Mon, Jul 26, 2010 - Page 3 News List

ANALYSIS: Taiwan's negotiators not on the ball

By Ko Shu-ling  /  STAFF REPORTER

The recent dispute between Taipei and Beijing over additional cross-strait flights highlights the administration’s need to improve its negotiating skills, analysts said.

Taiwan suspended five cross-strait flights operated by Chinese airlines in retaliation for decisions by Beijing that affect Taiwanese airlines. The dispute centers around the distribution of 50 flights added to the schedule after negotiations in May.

China said 20 of the 50 new flights had to be reserved for airports in Xiamen and Fuzhou — part of its plan to develop the Strait West Special District — while 14 were reserved for service between Taipei Songshan Airport and Shanghai Hongqiao Airport.

Taiwanese airlines were also under the impression that they could make changes to the arrangements for 135 flights agreed upon earlier, such as moving some scheduled for Fujian Province elsewhere. Beijing, however, said no changes could be made.

The Ministry of Transportation and Communications said although the two sides agreed in principle during the negotiations, they did not put it in writing. The ministry declined to admit any mistake.

A Democratic Progressive Party (DPP) lawmaker alleged on Saturday that the foul-up resulted from the government giving in to China’s request that Taiwan’s lead negotiator be replaced with a less experienced one.

However, this was not the first time negotiators have botched ­important deals. From the US beef fiasco to the Economic Cooperation Framework Agreement, the government’s poor negotiating skills have irked many.

Political commentator Paul Lin (林保華), a researcher who specializes in Chinese Communist Party (CCP) history, said he did not have much confidence in the Chinese Nationalist Party’s (KMT) negotiating skills because the KMT has lost in every negotiation with the CCP.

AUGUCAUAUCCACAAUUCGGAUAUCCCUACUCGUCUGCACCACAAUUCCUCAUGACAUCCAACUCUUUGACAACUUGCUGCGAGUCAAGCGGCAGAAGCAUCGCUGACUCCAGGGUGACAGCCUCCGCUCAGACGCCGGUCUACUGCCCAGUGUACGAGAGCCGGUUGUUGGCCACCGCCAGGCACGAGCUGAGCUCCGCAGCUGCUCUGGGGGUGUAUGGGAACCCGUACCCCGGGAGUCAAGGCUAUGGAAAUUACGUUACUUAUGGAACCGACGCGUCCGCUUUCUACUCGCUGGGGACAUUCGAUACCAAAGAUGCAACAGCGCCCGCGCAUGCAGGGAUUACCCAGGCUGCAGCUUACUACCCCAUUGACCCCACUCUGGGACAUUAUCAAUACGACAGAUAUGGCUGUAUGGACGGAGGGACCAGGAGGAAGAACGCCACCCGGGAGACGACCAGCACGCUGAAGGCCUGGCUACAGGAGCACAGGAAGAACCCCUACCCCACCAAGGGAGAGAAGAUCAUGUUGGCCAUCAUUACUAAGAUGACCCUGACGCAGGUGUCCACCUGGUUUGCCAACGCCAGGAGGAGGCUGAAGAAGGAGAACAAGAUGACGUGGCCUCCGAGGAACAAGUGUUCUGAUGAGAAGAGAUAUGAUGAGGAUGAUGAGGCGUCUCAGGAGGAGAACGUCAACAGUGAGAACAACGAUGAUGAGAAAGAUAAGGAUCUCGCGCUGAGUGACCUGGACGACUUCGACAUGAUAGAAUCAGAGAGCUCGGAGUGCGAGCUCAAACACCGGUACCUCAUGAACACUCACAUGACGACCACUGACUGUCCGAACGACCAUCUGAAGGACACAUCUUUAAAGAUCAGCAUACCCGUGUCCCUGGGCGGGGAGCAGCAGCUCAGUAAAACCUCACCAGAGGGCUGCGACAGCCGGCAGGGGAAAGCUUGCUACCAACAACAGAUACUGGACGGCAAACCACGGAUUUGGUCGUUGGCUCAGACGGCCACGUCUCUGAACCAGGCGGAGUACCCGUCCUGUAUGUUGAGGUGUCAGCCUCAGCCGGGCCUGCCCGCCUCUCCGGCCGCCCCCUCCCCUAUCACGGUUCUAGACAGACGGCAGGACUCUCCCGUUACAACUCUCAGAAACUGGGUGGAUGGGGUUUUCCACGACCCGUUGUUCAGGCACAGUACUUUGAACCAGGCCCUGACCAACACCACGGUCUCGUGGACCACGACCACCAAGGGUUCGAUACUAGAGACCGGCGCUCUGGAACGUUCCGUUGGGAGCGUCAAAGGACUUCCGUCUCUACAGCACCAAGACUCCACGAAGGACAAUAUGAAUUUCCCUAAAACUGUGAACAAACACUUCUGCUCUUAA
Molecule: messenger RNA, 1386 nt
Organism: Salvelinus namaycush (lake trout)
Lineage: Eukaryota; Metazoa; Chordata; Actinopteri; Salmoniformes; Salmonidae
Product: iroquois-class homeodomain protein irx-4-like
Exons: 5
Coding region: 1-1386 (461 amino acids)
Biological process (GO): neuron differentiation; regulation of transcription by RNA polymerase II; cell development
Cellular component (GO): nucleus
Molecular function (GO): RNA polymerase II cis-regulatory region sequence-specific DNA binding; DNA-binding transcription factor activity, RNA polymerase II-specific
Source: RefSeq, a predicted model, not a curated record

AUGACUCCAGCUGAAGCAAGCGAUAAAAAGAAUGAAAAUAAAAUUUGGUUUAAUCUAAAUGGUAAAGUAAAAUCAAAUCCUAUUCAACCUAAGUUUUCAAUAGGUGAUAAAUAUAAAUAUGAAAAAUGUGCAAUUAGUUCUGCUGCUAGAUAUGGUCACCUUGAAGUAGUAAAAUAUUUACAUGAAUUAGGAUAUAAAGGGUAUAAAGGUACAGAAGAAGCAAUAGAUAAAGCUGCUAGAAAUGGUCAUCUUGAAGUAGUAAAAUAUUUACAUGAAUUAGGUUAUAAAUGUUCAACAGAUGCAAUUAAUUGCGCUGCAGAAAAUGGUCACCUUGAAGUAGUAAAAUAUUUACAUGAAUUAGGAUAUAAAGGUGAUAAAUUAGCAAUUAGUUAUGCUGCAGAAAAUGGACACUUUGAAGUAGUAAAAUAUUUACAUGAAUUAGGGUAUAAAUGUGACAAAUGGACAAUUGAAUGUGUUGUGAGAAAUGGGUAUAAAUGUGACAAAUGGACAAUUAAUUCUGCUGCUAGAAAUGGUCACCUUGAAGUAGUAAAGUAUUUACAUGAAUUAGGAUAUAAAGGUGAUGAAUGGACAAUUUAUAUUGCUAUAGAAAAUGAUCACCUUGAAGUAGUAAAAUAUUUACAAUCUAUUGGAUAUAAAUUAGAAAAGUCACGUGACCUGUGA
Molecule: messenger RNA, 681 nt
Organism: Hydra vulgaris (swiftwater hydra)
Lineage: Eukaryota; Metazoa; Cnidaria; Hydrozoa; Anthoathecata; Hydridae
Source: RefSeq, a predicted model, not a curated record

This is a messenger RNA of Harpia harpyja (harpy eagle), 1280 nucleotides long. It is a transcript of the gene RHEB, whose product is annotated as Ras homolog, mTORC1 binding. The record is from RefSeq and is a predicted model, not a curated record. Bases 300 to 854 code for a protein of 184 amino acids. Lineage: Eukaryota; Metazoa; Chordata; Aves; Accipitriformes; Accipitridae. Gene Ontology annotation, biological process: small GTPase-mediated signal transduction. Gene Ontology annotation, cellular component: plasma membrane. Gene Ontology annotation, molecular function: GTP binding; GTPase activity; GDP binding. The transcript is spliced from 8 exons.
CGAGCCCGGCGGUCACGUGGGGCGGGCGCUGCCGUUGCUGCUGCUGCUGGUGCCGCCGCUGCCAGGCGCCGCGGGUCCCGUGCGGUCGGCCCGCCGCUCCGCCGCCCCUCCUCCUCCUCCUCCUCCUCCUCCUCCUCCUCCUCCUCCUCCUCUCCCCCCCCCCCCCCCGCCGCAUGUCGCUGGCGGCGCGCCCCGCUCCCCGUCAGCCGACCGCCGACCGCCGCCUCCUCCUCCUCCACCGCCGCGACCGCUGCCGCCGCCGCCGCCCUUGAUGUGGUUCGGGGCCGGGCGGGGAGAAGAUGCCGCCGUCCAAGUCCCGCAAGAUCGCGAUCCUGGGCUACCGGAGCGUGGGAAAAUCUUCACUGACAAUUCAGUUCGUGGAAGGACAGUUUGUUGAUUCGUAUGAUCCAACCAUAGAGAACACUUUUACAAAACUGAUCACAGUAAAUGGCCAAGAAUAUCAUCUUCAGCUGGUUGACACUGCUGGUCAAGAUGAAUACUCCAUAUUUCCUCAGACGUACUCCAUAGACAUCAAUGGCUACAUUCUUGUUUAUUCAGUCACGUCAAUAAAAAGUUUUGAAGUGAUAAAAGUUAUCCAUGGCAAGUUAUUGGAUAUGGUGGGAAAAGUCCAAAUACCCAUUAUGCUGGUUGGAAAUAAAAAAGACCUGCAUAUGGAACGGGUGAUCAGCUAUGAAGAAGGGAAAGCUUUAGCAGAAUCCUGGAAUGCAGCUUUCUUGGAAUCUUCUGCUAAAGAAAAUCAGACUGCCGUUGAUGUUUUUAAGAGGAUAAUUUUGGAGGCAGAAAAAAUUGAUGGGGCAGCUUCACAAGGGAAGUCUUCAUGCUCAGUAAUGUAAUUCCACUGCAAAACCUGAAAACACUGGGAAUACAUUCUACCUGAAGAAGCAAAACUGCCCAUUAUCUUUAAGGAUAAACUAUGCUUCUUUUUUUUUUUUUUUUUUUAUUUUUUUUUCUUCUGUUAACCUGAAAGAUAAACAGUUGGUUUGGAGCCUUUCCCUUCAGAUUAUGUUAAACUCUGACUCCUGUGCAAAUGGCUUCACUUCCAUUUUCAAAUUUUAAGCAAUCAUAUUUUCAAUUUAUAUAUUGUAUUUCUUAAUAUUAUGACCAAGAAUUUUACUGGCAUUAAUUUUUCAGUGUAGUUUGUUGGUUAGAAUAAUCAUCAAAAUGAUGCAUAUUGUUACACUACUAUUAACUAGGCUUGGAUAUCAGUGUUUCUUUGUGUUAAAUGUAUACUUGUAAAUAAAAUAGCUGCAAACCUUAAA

“They cannot even guarantee the interests of Straits Exchange Foundation Chairman Chiang Pin-kung (江丙坤) or former KMT chairman Lien Chan (連戰). How can we expect them to protect the interest of the Taiwanese?” Lin said.

The government’s negotiating team not only did not do their homework ahead of time, but also proved unable to react to changing circumstances, Lin said.

“A good negotiating team must be able to see through pitfalls when they come across one or they will fall right into it,” he said. “But what we see is usually not what we expect.”

Chinese leaders liked to say they wanted to “yield benefits” to Taiwan, but Lin questioned why Chinese airlines would give profitable routes to their Taiwanese counterparts if they don’t receive any benefits first.

The biggest beneficiary of the additional flights was the airlines, not the Taiwanese, he said.

Tung Li-wen (董立文), a professor at the Graduate School of Public Security at Central Police University, said botching up the additional fights was the quintessential example of unequal cross-strait negotiations.

The 14 flights reserved for the direct service between Songshan and Hongqiao airports were not part of the dispute because they concerned KMT Taipei Mayor Hau Lung-bin’s (郝龍斌) bid for re-­election, Tung said.

However, Yang Kai-huang (楊開煌), a public affairs professor at Ming Chuan University, said he did not think the problem was the negotiators were not skilled enough.

“Negotiations reflect the might of a country,” he said. “When a country is weak, it is hard to turn defeat into victory and the negotiation on US beef is a perfect example.”

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